Officials in Lake County say the clock is ticking for the state to assume felony law enforcement duties on the Flathead Indian Reservation, but so far they’ve heard nothing from Gov. Greg Gianforte.
In November, the Lake County Commission sent a letter to Gianforte informing him that the local sheriff’s office and criminal justice system would no longer handle felony law enforcement on the reservation under what is called Public Law 280. The agreement between the state and tribe is one-of-a-kind in Montana. Under the law, the governor has six months to make a proclamation releasing Lake County of its duties. But more than two months after notifying the governor that it wanted out, the county has had no conversations with the state about what law enforcement there would look like in the future.
“We have heard nothing,” Commissioner Gale Decker told Montana Free Press this week. “The clock is ticking and [the deadline of] May 20th is going to be here really soon.”
At the root of Decker’s frustration is the fact that many logistical issues need to be sorted out if Lake County is indeed going to give up its previous law enforcement duties on the reservation.
“What do we do with the inmates who are tribal members? What do we do with felony prosecutions already in the works? We just have a lot of questions,” he said.
Since the 1960s, most law enforcement on the northwest Montana reservation has been handled locally, rather than by federal officers. Lake County’s justice system handles felony crimes, and (since the 1990s) the tribal system handles misdemeanors. Officials, including Lake County Sheriff Don Bell, said the agreement has been successful because things don’t fall through the cracks like they might with federal agents from out of town.
But for the last few years, officials in Lake County have said fulfilling those law enforcement duties has wreaked havoc on its budget. According to the county, the agreement is costing local taxpayers more than $4 million annually. In years past, county officials said the bill was easier to pay thanks to taxes generated by the Séliš Ksanka QÍispé Dam, but once the dam was sold to the Confederated Salish and Kootenai Tribes, that revenue dried up. There was also no way for Lake County to pull out of the agreement establishing Public Law 280; only the state or tribe could.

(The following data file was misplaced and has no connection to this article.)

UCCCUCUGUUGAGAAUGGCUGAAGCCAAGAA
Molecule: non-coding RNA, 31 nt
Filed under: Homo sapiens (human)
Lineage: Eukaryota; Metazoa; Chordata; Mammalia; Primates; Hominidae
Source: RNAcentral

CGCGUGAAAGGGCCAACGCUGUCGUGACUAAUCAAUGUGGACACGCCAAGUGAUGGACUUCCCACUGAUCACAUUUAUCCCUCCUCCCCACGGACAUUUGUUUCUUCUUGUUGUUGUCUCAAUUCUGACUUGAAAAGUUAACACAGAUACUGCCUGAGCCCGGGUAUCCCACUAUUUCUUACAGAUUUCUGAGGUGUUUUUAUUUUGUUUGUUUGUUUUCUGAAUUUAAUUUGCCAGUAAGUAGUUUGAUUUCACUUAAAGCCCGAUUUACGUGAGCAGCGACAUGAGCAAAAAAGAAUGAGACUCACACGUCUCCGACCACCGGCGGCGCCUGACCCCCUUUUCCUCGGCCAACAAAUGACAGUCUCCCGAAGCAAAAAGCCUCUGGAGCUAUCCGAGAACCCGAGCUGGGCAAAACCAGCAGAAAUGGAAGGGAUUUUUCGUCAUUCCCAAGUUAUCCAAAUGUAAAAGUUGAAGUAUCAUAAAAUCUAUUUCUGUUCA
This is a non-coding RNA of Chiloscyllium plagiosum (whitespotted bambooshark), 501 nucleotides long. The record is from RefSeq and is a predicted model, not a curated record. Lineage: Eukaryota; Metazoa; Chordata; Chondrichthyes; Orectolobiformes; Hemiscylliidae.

Over the years, there have been multiple attempts in the Legislature to get the state to help foot the bill. In 2021, one of those passed, but the state only appropriated $1 to the cause. However, that bill did give the county a mechanism to pull out of the agreement, which it is now exercising. Last year, House Bill 479 would have authorized the state to pay $2.5 million annually for two years to Lake County. But despite passing both chambers, Gianforte vetoed it. In his veto letter, the governor — who in the past has hailed the Public Law 280 agreement as a success — said the county wanted all the benefits of the agreement without having to pay for it. But the county sees it differently, arguing that since the state entered into the agreement with the tribe, it’s the state’s responsibility to cover the costs.
The county has tried other ways to get the state to help pay, including filing a lawsuit last year. That suit ultimately failed, but the judge did encourage the county to pull out of the agreement.
“If the financial burden Lake County bears is unacceptable, which by all accounts it appears to be, its remedy is to withdraw,” wrote District Court Judge Amy Eddy in her ruling.
In November, the county commission sent a letter to Gov. Gianforte informing him they wanted out of the deal. Two weeks after that they sent a follow-up letter asking specific questions of the state, including if it would be providing its own uniformed officers, if the state would prosecute tribal members accused of crimes or would shift that burden to federal agencies, and whether the state will establish its own detention facility to handle prisoners. So far, none of those questions have been answered.
For the three county commissioners in Lake County, the silence is upsetting — especially since Gianforte is a fellow Republican.
“What’s ironic is he said he shouldn’t be the one to deal with this issue, that it’s up to the Legislature,” said Commissioner Bill Barron. “Well, they did deal with it, and then he went and vetoed it.”
In a statement to MTFP, Gianforte spokesperson Kaitlin Price wrote that the state has “acknowledged receipt” of the letter from November and that it was working on the issue.
“The administration has started its internal process and is committed to holding discussions with stakeholders, including Lake County, to identify a path forward,” she wrote.